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Economic depression. We lack an equatable and just society, so we are depressed.

I have been reading much on the economy on Daily Kos and thanks to Bonddad, I have a better understanding of the situation at hand.
I would like write about the economy in Rockford, IL. We have been hammered by one of the worst winters in 30 years, our roads are in a state of neglect from the lack of road money. The schools erupt in mass melee. Chrysler hired  a 3rd shift only to lay it off a year later. Rockford is full of empty factories. We used to have many manufacturers. We were the screw capital of the world. Screw manufacturers with the names Rockford Products, Textron, Elco, Camcar, Rockwell, Greenlee to name a few. Funny how a smaller manufacturer is bought out by a larger one and then the smaller one is shut down and the machines are shipped overseas.

I have witnessed this city transform from a proud city to a shell of a community. The number of residents of Winnebago county that receive some sort of government assistance is 68,000 in a county of 270.000 this number is high compared to the numbers from the great depression.

I live in the urban area of Rockford on a street called Broadway.
Broadway is suffering from the lack of persons with money in their pockets. 40 years ago Broadway was filled with diners, shops, single room occupancy/hotels and the services needed to fill the needs of the workers. Around 15-17 thousand people worked with in a mile of Broadway, now it is around 2 thousand. The lack of work is heartbreaking. I mean real work, sure you can flip burgers or work at a retail store/call center, but a job were you can earn enough to join the middle class is a thing of the past. The word is that Rockford does not have a population that is employable, apparently we can not pass drug(cannabis) or background tests in enough numbers to warrant a major corporation from opening a manufacturing plant.

I read of the things we could build here. Such as Windmills, Electric cars, Solar cells, Nano-tech manufacturing and Titanium processing, the list can go on. Our city lacks capital to invest in itself. Gone are the days of the Industrialist who would build a plant here. We have lost the ability to shape our destiny. Our manufacturers were homegrown who cared for this community. They died off and their heirs, sold off the plants to the titans of finance, who looked at our capital as something to be shipped overseas. The City of Rockford has not recovered from Nixon/Ronald Reagan. My home town is now a place were the only way to earn a living is by selling drugs or your body to people from around Illinois and Wisconsin. That's why we have so many felons.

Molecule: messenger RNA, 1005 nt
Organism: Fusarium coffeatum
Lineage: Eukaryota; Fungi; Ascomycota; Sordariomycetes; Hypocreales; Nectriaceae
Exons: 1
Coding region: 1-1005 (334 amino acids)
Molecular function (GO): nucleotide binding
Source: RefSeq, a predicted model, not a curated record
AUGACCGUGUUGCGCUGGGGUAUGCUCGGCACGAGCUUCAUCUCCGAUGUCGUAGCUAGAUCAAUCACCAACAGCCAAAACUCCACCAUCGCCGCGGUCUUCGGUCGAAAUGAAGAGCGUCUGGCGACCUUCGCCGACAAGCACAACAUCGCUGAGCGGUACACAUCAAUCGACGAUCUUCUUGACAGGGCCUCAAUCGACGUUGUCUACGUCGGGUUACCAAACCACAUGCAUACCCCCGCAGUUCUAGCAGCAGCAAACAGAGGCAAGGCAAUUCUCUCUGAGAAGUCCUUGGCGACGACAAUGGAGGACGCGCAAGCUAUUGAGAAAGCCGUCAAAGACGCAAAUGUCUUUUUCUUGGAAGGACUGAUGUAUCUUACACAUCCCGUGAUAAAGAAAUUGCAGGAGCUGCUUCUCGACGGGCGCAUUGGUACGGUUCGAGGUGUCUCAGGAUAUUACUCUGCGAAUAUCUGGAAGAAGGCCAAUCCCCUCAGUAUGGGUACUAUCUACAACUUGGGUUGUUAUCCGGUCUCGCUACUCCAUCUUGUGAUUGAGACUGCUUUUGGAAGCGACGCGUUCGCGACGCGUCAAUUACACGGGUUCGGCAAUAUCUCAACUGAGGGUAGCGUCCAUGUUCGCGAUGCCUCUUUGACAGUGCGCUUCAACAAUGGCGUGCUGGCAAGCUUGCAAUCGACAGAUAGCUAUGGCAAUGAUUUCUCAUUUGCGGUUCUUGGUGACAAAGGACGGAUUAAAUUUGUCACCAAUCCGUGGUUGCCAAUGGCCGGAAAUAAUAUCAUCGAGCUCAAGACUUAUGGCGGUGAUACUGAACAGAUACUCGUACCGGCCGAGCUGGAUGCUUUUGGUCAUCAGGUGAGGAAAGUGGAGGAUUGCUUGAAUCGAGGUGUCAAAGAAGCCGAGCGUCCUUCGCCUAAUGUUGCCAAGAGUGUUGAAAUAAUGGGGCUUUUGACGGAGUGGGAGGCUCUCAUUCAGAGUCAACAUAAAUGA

Rockford has many good things about it. Emigrants from Sweden, Germany, Italy, Ireland, Poland and Lithuanian settled in Rockford. To work in the furniture factories and other industrial ventures. Union organizing was part of our proud past. We had a Socialist mayor in our distant past. Rockford was a center of Socialist thought and is reflected in the number of parks in our city. Al Capone was a big player in Rockford using his money to develop the southwest quadrant of the city. Rockford also was the home of Camp Grant a Army training camp that trained boys to fight in WW I and later medical corpsmen for WW II, also Camp Grant was the home to German POW's. We are ideally located along the Rock river in Northern Illinois, just hours away from Chicago, Milwaukee and Madison. We as a city have a good infrastructure of rail, roads and air, along with a good quantity of empty factories. Improvements regarding rail service to Chicago are in the works. Rockford is also working to improve its waterfront by adding a river walk.

  The most important issue facing our community is the breakdown of society. Rockford is a microcosm of the nation. We are often used as a test market for new products. Reflecting that we indeed are a mirror of the nation. Rockford is suffering because of the lack of hope. We need hope to restore our faith in the Union. We are on the brink of becoming a feudal society. The permanent underclass that is established is a result of the war on drugs.
Felon's are unable to work in many fields.
Many of you think that is a good idea but when you examine an issue based just on money value. For example Drug possession is the quickest route to becoming a member of the permanent underclass. So $10.00 worth of a contraband product is enough to permanently alter your ability to earn money in the corporate world. Felons are being exploited for crimes that did not exist 100 years ago. Felons are lining the pockets of the robber barons. Felons have created a industry based on the misery of their incarceration. Corporate run prisons and industries based in public prisons are lining the pockets of the rich. Prisons are nothing more then warehouses full of workers. Then they soak the taxpayer for the care of the inmate. while extracting profit from the labor performed by the inmates. This is nothing more then slavery. Funny how most of the slaves are black or brown.

  Upon release from prison your life is forever changed. From this day forward you are now a member of the permanent underclass. A wide range of employment opportunities are permanently closed to you. I wont even go into the list of jobs it excludes you from, it would fill the entire page.